Earlier this year Quocirca conducted an online survey among 200 employees of channel firms in the UK.
The first thing we asked them was which they consider to be their main supplier. The five most cited were Microsoft, IBM, Hewlett-Packard (HP), Cisco and Dell, each with over five per cent of the total.
Hold on - Dell? This is a vendor that has a direct sales model, no channel management team and only one formal OEM relationship. So what's going on?
Many channel organisations, especially those working in the SME market, are IT generalists, delivering complete solutions to their customers. Requests from customers are likely to start with statements such as "We need a better way to manage email," rather than "What is the biggest, fastest server you supply?"
The 'Dell resellers' that responded to this survey listed themselves mainly as consultancies or VARs. Their main target markets were SMEs and local government organisations.
You can imagine the process that one of these resellers might go through when the first of these hypothetical requests is put to them. They will first consider what email server software best suits their customer. (Quocirca research shows that in most cases this is Microsoft Exchange.) They will then consider what hardware to run it on.
Most hardware servers are bought as a commodity. The reseller will aim to get the best price and performance for their customers. The reseller might have a relationship with IBM or HP and ask them for a quote. At the same time they can go online, or make a quick call and get a quote from Dell.
Once they have all the information they require they will prepare a proposal for their customer. If the best option is to include a Dell server, they may well do exactly that, regardless of any formal relationships with other vendors.
Does this mean resellers don't care a great deal about supplier relationships and the product margins they can get by working with suppliers? Possibly so. The research showed that product margins are tight and most resellers rely on services rather than product margin to make a living.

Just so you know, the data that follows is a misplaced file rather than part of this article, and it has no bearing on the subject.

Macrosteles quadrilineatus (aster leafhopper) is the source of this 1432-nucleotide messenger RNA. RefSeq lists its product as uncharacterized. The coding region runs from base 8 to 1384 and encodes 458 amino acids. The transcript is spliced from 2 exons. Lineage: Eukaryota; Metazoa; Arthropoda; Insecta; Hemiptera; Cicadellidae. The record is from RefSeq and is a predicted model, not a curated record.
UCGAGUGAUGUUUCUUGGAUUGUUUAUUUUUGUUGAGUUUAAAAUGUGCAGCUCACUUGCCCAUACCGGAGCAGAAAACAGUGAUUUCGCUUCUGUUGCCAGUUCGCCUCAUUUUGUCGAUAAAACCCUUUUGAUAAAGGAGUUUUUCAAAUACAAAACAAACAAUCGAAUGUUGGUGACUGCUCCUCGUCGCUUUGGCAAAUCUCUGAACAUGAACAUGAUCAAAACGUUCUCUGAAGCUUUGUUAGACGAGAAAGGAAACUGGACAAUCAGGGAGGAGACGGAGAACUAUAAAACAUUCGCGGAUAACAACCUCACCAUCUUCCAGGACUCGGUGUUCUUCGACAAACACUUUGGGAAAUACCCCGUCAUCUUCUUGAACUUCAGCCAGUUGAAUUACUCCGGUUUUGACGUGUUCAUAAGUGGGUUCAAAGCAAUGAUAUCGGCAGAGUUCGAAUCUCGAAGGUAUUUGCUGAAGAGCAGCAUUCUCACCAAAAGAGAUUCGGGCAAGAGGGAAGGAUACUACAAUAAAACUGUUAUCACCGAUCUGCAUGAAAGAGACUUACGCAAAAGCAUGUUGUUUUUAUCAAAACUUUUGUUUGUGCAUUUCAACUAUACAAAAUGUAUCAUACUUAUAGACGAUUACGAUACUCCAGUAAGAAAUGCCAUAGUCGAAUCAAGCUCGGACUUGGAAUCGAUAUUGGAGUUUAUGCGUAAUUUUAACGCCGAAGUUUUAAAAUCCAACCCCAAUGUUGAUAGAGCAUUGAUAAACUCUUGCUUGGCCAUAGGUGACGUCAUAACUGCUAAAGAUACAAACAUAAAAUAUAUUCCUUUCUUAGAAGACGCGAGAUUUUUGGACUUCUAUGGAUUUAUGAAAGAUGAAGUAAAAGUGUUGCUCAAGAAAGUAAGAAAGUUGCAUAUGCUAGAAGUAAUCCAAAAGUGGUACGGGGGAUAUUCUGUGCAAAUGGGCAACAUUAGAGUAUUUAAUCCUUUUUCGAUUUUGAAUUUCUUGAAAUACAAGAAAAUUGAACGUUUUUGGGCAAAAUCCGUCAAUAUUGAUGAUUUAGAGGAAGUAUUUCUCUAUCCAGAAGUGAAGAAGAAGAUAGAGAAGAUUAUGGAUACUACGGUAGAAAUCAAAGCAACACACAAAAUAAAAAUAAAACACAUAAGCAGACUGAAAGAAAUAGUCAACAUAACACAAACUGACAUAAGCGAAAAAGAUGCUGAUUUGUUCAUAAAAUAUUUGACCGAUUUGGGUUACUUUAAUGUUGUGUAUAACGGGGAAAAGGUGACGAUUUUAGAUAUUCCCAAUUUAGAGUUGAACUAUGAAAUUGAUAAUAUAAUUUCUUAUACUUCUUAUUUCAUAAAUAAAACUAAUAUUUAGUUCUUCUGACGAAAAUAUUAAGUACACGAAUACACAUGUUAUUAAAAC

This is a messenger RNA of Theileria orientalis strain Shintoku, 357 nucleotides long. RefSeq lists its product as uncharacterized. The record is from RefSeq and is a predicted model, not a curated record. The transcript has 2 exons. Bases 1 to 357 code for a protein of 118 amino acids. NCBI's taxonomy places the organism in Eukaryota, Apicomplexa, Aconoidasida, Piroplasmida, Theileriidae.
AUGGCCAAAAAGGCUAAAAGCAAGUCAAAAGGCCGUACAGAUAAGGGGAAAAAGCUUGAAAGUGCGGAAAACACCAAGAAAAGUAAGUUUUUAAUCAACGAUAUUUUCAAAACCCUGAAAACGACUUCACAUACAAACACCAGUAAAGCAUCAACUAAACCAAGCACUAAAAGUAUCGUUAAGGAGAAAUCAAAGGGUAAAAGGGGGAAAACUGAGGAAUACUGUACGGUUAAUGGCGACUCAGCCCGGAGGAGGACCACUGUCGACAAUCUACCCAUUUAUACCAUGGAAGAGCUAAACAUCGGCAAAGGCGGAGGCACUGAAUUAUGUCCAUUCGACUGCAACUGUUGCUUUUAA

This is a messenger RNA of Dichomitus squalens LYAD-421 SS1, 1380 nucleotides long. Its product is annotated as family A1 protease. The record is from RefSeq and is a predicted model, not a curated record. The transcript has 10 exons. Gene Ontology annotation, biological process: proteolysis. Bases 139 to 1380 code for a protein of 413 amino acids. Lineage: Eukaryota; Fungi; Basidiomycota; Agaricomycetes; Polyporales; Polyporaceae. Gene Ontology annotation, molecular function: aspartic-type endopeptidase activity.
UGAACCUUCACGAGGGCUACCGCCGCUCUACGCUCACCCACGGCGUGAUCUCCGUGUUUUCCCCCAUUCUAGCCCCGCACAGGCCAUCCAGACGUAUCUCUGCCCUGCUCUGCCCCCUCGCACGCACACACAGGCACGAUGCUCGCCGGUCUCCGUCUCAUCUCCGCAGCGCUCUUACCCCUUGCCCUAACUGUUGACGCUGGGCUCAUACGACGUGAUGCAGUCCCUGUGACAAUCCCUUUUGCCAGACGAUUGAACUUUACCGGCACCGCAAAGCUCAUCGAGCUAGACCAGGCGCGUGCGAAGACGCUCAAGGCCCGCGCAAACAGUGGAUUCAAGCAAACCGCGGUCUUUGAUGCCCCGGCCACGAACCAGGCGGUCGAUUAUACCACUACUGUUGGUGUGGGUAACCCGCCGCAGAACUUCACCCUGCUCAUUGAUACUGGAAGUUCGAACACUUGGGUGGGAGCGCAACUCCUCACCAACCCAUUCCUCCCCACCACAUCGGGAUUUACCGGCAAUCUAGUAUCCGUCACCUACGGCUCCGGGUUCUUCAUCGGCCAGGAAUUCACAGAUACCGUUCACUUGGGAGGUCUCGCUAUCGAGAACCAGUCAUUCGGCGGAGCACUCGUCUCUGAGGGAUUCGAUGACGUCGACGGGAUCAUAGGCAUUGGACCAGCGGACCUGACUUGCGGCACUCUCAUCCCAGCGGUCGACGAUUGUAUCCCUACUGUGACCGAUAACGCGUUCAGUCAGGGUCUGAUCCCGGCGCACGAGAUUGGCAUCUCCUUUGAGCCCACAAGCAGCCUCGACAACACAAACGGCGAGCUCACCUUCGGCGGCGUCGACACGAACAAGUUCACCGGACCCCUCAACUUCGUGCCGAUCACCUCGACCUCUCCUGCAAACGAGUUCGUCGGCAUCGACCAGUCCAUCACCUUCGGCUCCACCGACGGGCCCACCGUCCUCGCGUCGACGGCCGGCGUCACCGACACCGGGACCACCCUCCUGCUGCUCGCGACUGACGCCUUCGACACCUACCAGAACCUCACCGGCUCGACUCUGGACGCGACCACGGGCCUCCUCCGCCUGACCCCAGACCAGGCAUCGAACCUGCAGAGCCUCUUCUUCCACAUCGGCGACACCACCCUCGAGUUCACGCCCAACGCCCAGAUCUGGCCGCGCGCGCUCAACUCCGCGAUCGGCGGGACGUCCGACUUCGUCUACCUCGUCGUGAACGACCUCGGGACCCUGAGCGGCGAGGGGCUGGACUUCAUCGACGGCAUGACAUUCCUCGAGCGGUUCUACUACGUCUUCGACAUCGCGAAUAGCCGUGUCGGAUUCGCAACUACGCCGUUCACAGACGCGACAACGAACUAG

In such circumstances it is possible that Dell is the cheaper option, or even that it is easier to source Dell product than have a relationship with IBM or HP.
But let's keep this in perspective. We are talking about only a small percentage of a large sample. There were half as many again resellers who cited HP as their main supplier as there were for Dell. Those who listed Microsoft still source hardware from somewhere, and quite a few listed Computer 2000 and Ingram Micro.
Both of these distributors definitely would not source hardware from Dell.
But for those dedicated to working with the channel there is plenty of room for improvement. Dell would never pass leads to a reseller, but then only about 15 per cent of the survey's respondents felt they received valuable leads from their suppliers, and most value their own reputation more than supplier accreditation.
All of this underlines the fact that in the hardware market - where the product is often a commodity and margins are tight - it is increasingly difficult for vendors to differentiate themselves. Dell doesn't bother trying for resellers, other than to conveniently provide a reliable product at a competitive price.
Other vendors are striving to make a difference in the channel. For example, IBM is working hard to help resellers in their target markets. Its revamped PartnerWorld programme now includes partner industry networks to help resellers find and build appropriate solutions for customers.
Unlike Dell, IBM adds more direct value to its products by way of software and services. One of the main aims of IBM's channel programme rethink is to target SMEs better.
But hardware suppliers that work with the channel should remember that however good their products and channel programmes, when resellers are putting solutions together they will often look for the cheapest components to put together the most cost-effective solutions.
If this means the best thing to do is to buy hardware direct from Dell, then some will continue to do so.
Bob Tarzey is service director at Quocirca.
Quocirca (01753) 855 794
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